AUGUSTA, Maine — Cities and towns struggling to address increased public skepticism of government have seen a spike in the number of information requests from residents who want to know exactly what their local officials are up to.

The Maine Municipal Association, which represents the interests of most cities and towns across the state, reported recently that as many as 20 communities have struggled to keep up with a “serial” influx of requests under the state’s Freedom of Access Act.

Jay Feyler, Union town manager, said he has responded to 75 such requests from a small group of residents over a 12-month period. Nathan Poore, town manager in Falmouth, said he dealt with nearly 100 Freedom of Access Act requests last year from one resident alone.

In those towns and many others across the state, the number of requests and the suspicious tone of the residents asking for information has affected morale.

“In some cases, it’s just plain harassment,” said Maine Municipal Association spokesman Eric Conrad. “It distracts local officials from what they really should be doing.”

The association is further concerned that LD 1465, a bill carried over from the first legislative session, would make it easier for members of the public to get information and therefore harder for municipal officials to keep up with requests.

The proposed law change would allow requests to be made by telephone instead of a written letter and would require an immediate response.

“Immediate response in a town office of two people, when those two people are doing several other things, doesn’t seem rational,” Conrad said.

The bill, sponsored by Sen. Richard Rosen, R-Bucksport, also provides funds to pay for a part-time position within the Attorney General’s Office to act as a public access ombudsman and handle requests. Additionally, each department would be asked to designate a public access officer.

The proposed legislation was held over to allow the Legislature’s Right to Know Advisory Committee time to assess the impact.

But Conrad said Maine Municipal Association members already are overwhelmingly transparent when it comes to providing information to the public. He said the handful of instances in which municipal officials have been caught up in something illegal or unethical should not taint all cities and towns.

Hampden Town Manager Susan Lessard said her office is among those that has seen more information requests in the last year, particularly after townspeople expressed concerns about the town’s comprehensive plan update.

“There haven’t been any requests that I would call unreasonable, but in some cases those requests were for information that goes back several years and that took time to track down,” she said. “Even if the requests are overwhelming, I believe the more information communities provide, the better.”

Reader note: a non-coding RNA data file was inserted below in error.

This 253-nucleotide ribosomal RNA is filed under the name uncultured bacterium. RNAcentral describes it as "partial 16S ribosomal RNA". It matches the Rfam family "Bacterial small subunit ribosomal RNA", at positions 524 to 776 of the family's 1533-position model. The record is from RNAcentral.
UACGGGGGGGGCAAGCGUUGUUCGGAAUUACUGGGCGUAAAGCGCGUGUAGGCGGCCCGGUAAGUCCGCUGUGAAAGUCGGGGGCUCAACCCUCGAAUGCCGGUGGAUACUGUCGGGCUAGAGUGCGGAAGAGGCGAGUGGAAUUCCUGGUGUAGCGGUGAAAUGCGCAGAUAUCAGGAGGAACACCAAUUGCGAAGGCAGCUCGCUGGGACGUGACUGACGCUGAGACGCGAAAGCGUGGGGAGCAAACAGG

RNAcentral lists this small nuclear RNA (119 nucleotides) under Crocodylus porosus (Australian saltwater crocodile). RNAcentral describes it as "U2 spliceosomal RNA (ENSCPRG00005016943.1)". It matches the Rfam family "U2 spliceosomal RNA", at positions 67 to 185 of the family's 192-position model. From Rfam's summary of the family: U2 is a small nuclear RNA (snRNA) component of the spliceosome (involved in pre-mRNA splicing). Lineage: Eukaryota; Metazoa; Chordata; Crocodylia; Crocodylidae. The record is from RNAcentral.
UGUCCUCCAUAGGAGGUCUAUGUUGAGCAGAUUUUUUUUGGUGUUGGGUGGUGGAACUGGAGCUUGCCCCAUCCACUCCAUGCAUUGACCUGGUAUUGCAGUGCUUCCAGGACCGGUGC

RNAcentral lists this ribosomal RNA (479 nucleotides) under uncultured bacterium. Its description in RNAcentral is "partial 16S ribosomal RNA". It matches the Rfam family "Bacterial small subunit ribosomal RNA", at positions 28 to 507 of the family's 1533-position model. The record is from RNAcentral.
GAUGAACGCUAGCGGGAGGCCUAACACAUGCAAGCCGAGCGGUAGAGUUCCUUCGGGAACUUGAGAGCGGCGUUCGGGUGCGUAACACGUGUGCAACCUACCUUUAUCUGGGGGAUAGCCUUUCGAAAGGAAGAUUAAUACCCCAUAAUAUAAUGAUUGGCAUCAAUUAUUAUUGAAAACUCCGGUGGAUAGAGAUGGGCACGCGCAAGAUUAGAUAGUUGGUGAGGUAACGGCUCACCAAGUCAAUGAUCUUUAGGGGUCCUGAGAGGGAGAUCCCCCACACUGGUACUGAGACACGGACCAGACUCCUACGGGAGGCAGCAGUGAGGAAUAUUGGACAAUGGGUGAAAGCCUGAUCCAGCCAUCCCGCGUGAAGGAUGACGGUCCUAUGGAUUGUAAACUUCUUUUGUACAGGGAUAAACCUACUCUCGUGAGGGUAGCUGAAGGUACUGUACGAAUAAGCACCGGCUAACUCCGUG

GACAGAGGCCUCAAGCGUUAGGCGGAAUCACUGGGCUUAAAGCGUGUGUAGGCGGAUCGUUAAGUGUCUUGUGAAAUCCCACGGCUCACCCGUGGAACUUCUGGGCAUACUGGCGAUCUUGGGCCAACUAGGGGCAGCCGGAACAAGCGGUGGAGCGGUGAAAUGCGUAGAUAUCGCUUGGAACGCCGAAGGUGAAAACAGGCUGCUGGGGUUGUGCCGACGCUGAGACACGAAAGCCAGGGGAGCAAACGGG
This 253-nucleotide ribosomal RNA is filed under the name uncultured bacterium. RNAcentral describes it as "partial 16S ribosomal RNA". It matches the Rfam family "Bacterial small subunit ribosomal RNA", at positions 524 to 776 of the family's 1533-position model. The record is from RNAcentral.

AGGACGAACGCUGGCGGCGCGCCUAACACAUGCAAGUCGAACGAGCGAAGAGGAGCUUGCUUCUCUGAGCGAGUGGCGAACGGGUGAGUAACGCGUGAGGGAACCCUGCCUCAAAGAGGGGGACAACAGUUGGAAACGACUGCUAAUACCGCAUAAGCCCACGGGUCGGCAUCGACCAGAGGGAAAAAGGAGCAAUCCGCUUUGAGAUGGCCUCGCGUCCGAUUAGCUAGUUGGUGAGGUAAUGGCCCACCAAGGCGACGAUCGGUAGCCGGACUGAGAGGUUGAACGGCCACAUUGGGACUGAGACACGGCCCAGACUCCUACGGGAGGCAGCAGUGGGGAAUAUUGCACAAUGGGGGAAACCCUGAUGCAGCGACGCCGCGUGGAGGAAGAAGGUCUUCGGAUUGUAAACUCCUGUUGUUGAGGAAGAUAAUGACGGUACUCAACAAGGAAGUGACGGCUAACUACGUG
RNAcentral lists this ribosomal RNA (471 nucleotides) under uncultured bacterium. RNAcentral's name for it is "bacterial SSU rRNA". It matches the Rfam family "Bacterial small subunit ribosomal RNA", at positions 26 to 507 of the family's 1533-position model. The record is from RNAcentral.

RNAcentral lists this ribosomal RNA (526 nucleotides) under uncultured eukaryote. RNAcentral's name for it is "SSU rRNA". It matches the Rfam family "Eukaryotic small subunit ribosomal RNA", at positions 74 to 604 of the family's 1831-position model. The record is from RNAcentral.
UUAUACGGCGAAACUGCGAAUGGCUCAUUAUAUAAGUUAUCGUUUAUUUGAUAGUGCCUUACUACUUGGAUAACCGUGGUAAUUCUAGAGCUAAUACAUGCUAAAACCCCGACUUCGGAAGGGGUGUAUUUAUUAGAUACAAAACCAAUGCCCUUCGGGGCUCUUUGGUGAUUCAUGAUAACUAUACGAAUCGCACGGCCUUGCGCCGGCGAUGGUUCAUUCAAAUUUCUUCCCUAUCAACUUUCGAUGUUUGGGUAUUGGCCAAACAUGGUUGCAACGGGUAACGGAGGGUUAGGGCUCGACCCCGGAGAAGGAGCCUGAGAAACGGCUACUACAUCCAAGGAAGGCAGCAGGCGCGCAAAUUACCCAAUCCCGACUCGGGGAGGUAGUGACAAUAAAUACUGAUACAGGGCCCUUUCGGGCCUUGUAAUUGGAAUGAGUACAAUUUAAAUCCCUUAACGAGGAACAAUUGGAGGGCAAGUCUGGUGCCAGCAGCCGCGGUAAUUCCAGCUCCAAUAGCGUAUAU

In many ways, though, that work paid off in Hampden, Lessard said. Now many documents that used to exist only on paper have been scanned and are available online to anyone who wants to look.

“As it is, most information is on our website now,” she said. “Sometimes people just need to know where to look.”

But Hampden’s manager agreed that high-profile cases of embezzlement by town officials and other allegations of wrongdoing have affected all communities to some degree.

“Everybody gets tarred with the same brush,” Lessard said. “They think, ‘If it happened there, it must be happening here too.’”

In many cases, information is easy to come by. Most if not all municipalities have their own websites and archive meeting minutes, agendas, budget information, ordinances and any other records that residents might find helpful.

Norman Heitmann, city solicitor for Bangor, said he hasn’t seen any more information requests than usual. For awhile, several residents sought information about the city’s long debate over whether to build a new arena and civic center, but those rarely resulted in formal requests.

“Usually if someone asks for something and we have it, they can get it,” Heitmann said.

Conrad agreed that when the requests are targeted or specific, officials usually can respond easily. In other cases, residents are requesting large volumes of information that tax local resources.

In Union, the town manager said the requests started coming in the summer of 2010 after the town proposed borrowing $1 million for road repairs. Townspeople wanted to know which roads would benefit from those repairs and why.

“It was like, ‘I want to catch you on something,’” Feyler told the MMA. “‘Everyone’s crooked and I’m going to prove it.’”

The same thing happened in the town of Poland. A woman routinely filed information requests, according to Town Manager Dana Lee, looking for problems that were not there.

“Her particular beef in life was that some people are ‘haves’ and some are ‘have nots,’” Lee said. “She was trying to prove wrongdoing. We kept giving her information and she’d get angry when there was nothing. Then she’d redouble her efforts.”

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